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Re: [Futures] accept/resolve/reject on a resolver don't have clearly defined behavior if no value is passed

From: Brendan Eich <brendan@secure.meer.net>
Date: Fri, 07 Jun 2013 12:35:42 +0100
Message-ID: <51B1C58E.7030300@secure.meer.net>
To: Boris Zbarsky <bzbarsky@MIT.EDU>
CC: Jonas Sicking <jonas@sicking.cc>, DOM public list <www-dom@w3.org>, Anne van Kesteren <annevk@annevk.nl>, Cameron McCormack <cam@mcc.id.au>, "public-script-coord@w3.org" <public-script-coord@w3.org>
Boris Zbarsky wrote:
> In ES, an argument is either "not passed" (as determined by 
> arguments.length) or has a value.  Arguments with a default value can 
> in fact be "not passed" in that default values do not affect the 
> arguments object at all.  For example:
>   function f(arg = 5) {
>     alert(arg + " " + arguments[0]);
>   }
>   f();
> alerts "5 undefined".  Furthermore, even when an argument was passed 
> its default value will still kick in if undefined is passed.
> I'd like to claim that the ES semantics here where default values 
> don't affect the arguments object are pretty weird and seem like a 
> footgun when combined with call/apply on the arguments object, but I 
> assume there's a reason for them...

A couple of reasons:

1. The arguments object should become legacy cruft with default and rest 
parameters, and the spread special form. These also take the heat off of 
apply (call is not relevant, right?).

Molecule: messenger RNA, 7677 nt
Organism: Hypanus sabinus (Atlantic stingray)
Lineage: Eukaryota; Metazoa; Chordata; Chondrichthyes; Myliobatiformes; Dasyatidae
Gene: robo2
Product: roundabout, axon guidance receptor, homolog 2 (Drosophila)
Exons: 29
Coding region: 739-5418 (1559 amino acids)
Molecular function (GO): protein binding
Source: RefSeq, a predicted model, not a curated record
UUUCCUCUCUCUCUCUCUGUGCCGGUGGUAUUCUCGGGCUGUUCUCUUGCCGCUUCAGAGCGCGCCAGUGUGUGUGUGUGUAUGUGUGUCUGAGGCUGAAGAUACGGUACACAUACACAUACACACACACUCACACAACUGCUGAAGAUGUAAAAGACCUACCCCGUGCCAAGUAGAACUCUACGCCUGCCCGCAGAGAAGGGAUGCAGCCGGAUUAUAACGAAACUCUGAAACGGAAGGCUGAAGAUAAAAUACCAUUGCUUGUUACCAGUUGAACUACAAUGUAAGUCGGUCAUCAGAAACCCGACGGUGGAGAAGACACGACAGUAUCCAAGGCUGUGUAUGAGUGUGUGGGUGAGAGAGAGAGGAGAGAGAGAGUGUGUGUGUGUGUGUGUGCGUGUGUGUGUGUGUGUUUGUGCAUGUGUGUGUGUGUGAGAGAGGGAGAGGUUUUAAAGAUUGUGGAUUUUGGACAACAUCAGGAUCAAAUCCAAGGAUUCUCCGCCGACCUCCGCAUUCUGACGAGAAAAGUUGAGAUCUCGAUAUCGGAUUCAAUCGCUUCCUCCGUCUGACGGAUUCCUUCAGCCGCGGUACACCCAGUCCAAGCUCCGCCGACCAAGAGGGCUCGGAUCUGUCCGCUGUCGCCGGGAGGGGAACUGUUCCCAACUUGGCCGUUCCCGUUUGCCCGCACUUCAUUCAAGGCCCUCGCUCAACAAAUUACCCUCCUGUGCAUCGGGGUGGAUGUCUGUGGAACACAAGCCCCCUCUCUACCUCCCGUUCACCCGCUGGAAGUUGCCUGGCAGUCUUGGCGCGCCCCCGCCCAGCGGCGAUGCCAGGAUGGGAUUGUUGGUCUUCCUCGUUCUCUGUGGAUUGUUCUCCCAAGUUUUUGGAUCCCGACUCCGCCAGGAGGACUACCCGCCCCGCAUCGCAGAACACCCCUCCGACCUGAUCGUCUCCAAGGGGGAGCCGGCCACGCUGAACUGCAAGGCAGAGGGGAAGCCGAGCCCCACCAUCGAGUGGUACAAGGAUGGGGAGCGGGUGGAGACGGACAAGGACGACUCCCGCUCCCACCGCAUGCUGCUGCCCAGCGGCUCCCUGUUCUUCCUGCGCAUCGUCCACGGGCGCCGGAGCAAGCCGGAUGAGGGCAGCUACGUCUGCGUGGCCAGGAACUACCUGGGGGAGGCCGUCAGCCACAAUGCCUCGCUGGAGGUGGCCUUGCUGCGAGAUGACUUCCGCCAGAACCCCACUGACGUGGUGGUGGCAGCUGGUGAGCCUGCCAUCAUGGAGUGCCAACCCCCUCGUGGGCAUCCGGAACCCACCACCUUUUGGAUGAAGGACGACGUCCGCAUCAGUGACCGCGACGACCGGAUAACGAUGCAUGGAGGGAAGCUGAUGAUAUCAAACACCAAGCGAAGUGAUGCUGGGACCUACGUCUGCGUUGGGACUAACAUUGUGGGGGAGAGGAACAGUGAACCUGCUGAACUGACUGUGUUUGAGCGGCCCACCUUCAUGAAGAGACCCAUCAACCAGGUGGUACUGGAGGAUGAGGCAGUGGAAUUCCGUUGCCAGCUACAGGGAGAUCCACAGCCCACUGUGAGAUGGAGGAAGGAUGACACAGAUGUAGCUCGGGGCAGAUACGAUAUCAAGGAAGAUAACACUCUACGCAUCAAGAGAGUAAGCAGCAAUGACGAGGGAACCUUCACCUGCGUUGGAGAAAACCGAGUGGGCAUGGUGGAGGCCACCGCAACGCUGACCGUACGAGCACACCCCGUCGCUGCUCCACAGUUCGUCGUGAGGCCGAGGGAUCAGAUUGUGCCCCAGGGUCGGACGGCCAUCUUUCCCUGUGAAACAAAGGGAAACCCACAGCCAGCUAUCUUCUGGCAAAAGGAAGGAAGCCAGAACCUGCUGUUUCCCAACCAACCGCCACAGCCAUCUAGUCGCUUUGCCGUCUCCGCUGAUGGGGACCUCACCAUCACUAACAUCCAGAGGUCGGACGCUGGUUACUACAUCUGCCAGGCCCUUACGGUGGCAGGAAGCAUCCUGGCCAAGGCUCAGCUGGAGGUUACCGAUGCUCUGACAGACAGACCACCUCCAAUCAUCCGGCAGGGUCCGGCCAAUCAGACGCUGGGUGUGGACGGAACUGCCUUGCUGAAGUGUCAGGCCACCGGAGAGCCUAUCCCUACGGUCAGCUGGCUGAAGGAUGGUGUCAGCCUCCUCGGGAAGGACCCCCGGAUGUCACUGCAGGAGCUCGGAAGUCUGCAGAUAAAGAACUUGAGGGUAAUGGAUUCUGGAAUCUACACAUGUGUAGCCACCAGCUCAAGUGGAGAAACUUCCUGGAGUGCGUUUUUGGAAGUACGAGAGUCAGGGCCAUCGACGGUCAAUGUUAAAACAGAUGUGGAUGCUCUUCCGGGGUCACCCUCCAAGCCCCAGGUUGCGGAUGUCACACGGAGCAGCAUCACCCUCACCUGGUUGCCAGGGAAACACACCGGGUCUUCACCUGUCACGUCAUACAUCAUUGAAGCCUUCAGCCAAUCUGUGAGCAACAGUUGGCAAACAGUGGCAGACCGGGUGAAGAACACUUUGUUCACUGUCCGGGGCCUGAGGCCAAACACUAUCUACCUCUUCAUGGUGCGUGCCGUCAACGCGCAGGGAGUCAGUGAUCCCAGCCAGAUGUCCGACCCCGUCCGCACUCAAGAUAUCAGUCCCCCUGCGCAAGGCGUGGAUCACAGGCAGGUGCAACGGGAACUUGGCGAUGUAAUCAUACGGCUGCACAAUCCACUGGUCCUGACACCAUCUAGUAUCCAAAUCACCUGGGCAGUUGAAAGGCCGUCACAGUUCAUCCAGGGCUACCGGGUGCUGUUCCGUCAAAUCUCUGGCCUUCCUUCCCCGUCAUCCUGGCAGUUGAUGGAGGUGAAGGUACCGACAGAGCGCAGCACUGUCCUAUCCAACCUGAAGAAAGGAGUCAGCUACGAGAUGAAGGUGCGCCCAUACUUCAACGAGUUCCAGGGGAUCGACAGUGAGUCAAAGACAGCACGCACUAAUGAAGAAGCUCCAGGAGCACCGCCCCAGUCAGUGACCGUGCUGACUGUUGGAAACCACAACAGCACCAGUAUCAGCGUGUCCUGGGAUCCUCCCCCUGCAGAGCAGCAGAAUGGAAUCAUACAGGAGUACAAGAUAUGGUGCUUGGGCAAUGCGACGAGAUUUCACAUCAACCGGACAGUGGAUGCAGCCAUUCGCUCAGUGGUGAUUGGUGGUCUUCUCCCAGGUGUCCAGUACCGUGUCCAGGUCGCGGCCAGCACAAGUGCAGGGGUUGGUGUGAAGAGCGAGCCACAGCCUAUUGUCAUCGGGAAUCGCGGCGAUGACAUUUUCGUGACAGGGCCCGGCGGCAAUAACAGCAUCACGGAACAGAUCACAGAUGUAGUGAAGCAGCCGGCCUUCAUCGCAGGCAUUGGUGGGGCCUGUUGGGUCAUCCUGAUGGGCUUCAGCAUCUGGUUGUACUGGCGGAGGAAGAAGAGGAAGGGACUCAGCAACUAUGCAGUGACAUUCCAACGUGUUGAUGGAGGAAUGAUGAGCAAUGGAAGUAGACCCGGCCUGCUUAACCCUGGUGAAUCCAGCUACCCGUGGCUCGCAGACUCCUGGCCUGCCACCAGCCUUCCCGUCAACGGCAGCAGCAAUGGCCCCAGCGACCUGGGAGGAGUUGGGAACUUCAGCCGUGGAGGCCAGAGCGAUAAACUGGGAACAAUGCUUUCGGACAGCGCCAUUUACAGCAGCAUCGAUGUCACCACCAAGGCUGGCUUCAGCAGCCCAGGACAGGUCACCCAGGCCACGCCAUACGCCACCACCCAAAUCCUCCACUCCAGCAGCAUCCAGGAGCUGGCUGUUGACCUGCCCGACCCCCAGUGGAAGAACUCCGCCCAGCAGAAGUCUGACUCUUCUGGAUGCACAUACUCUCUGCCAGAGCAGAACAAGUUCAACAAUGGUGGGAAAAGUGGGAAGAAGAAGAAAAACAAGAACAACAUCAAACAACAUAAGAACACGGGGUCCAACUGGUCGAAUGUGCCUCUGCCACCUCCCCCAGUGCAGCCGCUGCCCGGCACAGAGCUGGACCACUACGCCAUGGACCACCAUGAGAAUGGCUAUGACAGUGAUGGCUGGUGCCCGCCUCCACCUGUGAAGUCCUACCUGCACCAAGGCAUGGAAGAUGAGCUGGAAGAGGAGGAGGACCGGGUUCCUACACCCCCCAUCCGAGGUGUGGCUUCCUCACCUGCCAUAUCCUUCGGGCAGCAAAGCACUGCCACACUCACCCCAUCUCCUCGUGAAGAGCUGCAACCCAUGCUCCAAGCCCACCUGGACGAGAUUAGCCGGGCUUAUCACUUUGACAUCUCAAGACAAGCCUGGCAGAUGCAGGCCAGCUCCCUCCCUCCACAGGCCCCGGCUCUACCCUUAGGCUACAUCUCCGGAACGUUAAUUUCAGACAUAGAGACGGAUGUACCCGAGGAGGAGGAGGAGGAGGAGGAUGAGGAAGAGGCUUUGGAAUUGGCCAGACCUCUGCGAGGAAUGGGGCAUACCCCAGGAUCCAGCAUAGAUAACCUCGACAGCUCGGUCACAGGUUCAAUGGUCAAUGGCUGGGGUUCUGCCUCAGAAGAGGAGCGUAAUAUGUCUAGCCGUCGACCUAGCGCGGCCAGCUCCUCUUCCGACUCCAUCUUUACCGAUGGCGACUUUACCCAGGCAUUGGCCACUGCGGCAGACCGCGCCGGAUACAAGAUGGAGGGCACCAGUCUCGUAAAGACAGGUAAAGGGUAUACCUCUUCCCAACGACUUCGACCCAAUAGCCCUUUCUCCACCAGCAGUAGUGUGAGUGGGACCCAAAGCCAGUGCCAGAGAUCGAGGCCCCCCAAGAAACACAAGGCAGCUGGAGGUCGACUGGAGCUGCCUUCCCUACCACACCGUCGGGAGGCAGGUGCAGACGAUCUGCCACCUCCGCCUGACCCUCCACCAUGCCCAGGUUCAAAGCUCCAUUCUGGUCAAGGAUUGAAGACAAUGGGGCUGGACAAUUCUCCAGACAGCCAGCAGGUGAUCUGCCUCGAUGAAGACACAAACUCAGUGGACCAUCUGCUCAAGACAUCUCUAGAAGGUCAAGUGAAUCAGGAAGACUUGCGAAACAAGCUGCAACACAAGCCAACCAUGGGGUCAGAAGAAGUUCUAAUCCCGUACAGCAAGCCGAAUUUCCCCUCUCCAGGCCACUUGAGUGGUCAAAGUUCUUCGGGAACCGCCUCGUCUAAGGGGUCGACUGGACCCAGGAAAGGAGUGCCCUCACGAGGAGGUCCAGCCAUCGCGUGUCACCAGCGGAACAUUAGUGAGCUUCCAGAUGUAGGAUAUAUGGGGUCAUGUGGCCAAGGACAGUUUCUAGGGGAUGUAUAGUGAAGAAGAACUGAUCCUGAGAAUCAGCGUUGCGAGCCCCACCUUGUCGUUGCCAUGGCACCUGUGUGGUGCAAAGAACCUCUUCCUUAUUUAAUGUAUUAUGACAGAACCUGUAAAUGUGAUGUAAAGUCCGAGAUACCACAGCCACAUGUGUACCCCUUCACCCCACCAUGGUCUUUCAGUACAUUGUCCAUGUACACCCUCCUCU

That is, if you have ES3 or ES5 code of this form:

   function f(a, b) {
     a = a || 4;
     b = b || 5;
     return g.apply(undefined, arguments);

The ES6 way to write it is to avoid arguments altogether:

   function f(a = 4, b = 5, ...r) {
     return g(a, b, ...r);

If you needed apply for |this| forwarding, you'd either make a new 
array: g.apply(this, [a, b, ...r]) -- or else indeed use call: 
g.call(this, a, b, ...r).

2. Implementations reflect actual parameters as arguments, with missing 
actuals excluded. Default parameters are sugar (I'm simplifying how 
scoping works) for ||=. So

js> function f(a, b) { b = b || 42; 
print(Array.prototype.join.call(arguments)); }
js> f(1)
js> f(1,2)
js> f(1,2,3)

it doesn't matter that b has an old-school default.

> In any case, the question is how to reconcile the two sanely.  Once 
> that's done, I fully expect the simplicity of the C++ implementation 
> here to be nonexistent.

Ouch. But didn't TreatUndefinedAs in all its glory already do most of 
the damage?

Received on Friday, 7 June 2013 11:36:25 UTC

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